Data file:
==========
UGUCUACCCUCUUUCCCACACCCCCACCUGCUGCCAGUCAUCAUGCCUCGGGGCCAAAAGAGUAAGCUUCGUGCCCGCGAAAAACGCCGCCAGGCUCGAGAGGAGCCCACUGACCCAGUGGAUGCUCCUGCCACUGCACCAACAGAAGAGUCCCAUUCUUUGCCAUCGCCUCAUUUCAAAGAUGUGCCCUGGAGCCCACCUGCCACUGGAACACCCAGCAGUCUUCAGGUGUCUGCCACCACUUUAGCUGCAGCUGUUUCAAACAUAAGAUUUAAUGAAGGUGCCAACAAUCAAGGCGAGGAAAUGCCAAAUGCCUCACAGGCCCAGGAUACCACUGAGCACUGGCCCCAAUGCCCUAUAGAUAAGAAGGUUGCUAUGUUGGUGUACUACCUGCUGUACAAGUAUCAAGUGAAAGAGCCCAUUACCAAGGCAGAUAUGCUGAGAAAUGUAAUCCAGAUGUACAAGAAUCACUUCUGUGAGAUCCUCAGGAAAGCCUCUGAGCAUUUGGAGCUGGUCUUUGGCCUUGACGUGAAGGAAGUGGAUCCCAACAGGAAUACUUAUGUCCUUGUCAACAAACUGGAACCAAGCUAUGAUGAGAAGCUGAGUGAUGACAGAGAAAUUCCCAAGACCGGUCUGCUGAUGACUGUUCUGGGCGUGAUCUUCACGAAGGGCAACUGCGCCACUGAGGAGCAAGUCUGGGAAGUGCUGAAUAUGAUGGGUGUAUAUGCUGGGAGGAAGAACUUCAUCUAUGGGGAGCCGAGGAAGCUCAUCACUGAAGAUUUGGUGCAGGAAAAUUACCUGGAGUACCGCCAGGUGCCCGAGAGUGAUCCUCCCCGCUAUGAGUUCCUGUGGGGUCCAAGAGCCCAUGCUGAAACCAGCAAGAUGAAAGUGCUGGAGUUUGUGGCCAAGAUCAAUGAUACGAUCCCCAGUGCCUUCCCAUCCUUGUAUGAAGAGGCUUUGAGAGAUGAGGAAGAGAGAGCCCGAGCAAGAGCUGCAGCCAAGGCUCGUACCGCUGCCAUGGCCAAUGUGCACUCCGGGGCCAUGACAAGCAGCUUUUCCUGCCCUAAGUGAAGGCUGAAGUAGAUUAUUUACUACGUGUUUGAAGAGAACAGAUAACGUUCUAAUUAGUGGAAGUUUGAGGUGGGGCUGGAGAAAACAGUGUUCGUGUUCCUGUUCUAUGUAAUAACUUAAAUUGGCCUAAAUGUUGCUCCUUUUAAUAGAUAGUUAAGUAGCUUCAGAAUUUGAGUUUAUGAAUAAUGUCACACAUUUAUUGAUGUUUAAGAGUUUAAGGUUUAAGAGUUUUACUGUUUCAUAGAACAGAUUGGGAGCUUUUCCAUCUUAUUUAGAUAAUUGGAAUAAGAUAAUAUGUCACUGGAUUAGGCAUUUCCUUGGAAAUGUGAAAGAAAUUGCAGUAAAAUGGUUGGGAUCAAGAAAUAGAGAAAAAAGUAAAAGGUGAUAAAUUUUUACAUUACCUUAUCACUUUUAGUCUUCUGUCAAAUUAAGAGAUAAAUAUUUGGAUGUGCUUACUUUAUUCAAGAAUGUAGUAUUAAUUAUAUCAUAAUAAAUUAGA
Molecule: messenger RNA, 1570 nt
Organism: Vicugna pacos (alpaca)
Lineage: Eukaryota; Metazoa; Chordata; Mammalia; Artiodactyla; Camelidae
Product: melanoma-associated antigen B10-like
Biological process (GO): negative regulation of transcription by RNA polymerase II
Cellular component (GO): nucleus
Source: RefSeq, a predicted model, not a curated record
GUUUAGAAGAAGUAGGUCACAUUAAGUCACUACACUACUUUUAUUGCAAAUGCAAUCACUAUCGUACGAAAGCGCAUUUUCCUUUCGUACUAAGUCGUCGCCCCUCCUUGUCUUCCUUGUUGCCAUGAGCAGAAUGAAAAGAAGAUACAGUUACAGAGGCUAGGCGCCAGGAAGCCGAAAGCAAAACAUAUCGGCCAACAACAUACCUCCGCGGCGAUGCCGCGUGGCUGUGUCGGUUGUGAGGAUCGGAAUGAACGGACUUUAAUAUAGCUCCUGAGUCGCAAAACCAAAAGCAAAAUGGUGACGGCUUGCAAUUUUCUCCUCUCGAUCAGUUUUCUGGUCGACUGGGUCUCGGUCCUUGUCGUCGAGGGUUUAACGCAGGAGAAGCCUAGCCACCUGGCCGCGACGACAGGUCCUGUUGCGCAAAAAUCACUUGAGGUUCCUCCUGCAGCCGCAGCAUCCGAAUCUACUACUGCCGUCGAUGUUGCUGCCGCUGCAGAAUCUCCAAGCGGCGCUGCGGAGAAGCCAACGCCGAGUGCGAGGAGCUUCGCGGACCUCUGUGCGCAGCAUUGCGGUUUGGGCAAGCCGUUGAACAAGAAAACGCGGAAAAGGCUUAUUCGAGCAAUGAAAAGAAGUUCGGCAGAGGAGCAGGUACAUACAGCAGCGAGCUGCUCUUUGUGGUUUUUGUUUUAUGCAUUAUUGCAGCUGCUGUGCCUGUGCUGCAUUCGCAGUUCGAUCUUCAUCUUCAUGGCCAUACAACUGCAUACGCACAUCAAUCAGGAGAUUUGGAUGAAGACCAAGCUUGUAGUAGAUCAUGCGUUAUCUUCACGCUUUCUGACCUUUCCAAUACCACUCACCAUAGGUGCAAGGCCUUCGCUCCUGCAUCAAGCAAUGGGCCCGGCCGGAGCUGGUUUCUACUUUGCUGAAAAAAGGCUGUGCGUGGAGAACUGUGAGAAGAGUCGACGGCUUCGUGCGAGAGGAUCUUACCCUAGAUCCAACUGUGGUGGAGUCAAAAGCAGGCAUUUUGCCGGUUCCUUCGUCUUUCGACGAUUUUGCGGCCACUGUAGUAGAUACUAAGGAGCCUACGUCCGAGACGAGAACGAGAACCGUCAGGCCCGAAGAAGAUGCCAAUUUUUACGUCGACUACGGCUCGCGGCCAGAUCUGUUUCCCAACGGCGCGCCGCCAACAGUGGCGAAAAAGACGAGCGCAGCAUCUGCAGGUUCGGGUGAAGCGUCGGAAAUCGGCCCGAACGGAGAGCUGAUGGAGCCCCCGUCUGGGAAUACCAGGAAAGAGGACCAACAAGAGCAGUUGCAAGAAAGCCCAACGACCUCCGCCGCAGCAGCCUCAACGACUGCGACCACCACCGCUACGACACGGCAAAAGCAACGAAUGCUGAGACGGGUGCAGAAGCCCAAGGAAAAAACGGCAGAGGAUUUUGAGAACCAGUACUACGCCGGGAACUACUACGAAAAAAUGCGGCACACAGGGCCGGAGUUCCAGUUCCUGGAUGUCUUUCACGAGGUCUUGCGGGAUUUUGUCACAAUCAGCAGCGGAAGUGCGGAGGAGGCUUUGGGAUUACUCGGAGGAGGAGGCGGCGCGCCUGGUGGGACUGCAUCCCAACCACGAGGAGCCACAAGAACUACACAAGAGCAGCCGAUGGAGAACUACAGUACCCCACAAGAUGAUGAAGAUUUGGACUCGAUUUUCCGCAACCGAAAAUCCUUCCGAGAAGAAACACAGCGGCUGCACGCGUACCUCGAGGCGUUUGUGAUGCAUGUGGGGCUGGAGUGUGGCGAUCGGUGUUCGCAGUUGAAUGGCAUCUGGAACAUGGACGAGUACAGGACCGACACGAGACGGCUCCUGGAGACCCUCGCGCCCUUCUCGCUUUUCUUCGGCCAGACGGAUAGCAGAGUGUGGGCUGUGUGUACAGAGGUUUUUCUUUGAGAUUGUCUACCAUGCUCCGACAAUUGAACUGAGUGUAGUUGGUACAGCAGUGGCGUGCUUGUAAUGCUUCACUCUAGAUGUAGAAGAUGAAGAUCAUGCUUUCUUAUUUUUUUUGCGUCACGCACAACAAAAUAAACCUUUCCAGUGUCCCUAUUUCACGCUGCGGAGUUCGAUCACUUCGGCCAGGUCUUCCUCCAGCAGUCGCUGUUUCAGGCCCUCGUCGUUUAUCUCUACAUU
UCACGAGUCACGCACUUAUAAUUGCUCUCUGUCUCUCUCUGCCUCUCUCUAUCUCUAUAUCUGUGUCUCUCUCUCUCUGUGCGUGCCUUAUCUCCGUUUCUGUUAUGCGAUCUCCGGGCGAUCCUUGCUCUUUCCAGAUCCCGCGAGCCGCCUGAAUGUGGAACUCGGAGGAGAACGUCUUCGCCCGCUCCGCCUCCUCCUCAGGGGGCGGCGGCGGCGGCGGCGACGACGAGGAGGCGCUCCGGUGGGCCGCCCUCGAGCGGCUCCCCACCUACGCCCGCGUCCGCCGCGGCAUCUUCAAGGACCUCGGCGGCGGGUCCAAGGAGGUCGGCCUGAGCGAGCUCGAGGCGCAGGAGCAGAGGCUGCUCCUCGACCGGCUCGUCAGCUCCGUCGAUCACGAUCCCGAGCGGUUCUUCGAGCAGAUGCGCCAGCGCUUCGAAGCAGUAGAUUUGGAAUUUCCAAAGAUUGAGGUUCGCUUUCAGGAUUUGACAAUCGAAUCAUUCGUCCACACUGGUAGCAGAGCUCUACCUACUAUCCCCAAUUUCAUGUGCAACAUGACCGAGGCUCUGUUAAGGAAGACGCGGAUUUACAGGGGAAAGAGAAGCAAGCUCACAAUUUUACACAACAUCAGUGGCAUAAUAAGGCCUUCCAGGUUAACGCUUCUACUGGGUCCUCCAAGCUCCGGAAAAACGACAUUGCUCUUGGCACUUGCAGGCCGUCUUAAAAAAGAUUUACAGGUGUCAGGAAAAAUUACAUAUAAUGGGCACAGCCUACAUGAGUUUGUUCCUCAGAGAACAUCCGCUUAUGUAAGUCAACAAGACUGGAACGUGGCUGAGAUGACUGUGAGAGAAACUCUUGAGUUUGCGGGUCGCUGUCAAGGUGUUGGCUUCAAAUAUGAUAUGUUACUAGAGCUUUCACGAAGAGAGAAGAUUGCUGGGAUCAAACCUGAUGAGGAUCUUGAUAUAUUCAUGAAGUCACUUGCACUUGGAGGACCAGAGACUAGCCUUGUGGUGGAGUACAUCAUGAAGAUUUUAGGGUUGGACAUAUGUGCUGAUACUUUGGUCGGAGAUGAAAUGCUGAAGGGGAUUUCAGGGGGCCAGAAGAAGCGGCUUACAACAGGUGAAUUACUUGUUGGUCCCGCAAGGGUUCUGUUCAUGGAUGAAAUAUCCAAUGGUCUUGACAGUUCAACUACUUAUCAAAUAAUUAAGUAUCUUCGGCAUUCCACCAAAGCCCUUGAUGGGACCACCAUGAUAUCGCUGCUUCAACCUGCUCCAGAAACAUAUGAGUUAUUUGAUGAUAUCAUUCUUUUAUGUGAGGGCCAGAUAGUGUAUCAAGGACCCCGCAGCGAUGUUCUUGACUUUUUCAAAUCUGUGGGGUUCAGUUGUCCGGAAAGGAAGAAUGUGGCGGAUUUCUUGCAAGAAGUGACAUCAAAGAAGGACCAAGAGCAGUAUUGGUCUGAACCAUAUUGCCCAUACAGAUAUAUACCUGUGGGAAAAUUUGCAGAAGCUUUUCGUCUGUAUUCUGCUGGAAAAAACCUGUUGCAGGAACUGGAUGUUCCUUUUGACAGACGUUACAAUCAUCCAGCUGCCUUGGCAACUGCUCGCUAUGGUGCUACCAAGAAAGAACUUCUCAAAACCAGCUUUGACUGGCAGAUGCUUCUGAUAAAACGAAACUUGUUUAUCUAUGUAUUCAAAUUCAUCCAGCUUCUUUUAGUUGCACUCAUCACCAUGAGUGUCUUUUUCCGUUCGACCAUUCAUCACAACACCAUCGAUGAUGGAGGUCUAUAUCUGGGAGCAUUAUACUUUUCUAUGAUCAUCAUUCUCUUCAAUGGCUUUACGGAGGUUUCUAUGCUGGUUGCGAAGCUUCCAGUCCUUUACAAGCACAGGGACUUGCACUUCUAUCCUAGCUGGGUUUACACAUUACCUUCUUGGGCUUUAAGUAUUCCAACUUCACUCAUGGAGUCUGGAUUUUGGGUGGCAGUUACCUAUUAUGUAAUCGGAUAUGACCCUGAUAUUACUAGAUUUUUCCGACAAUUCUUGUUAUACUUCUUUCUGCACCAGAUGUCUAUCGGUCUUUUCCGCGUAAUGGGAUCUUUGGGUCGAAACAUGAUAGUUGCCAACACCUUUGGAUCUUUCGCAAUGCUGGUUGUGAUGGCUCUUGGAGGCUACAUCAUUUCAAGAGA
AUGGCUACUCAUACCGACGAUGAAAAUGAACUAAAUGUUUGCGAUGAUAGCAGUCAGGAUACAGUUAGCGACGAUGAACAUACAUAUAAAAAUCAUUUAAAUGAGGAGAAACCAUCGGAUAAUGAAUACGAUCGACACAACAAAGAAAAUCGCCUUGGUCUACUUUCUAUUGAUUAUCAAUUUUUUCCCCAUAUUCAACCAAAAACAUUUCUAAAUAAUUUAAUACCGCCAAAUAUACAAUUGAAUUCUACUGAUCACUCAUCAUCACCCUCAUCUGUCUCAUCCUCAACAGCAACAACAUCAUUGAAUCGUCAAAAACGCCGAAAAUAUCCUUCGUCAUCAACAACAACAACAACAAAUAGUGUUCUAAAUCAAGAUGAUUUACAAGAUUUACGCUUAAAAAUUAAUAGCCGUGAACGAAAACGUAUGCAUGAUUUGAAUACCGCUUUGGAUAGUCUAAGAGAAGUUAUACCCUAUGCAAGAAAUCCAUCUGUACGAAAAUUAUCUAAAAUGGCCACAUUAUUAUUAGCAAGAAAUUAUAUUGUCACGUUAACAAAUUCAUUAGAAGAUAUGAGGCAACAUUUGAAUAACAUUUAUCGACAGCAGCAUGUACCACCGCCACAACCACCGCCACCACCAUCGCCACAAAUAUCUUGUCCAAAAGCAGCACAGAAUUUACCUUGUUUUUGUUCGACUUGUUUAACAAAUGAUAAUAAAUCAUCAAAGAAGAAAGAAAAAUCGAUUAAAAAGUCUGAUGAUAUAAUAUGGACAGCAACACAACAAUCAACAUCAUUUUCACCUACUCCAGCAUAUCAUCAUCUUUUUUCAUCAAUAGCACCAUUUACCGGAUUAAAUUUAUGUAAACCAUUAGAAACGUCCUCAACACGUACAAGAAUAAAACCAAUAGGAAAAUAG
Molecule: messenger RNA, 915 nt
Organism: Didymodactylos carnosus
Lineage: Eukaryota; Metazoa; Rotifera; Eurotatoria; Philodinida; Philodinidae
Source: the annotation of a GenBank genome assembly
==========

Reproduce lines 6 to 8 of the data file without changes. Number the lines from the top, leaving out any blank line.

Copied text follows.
Biological process (GO): negative regulation of transcription by RNA polymerase II
Cellular component (GO): nucleus
Source: RefSeq, a predicted model, not a curated record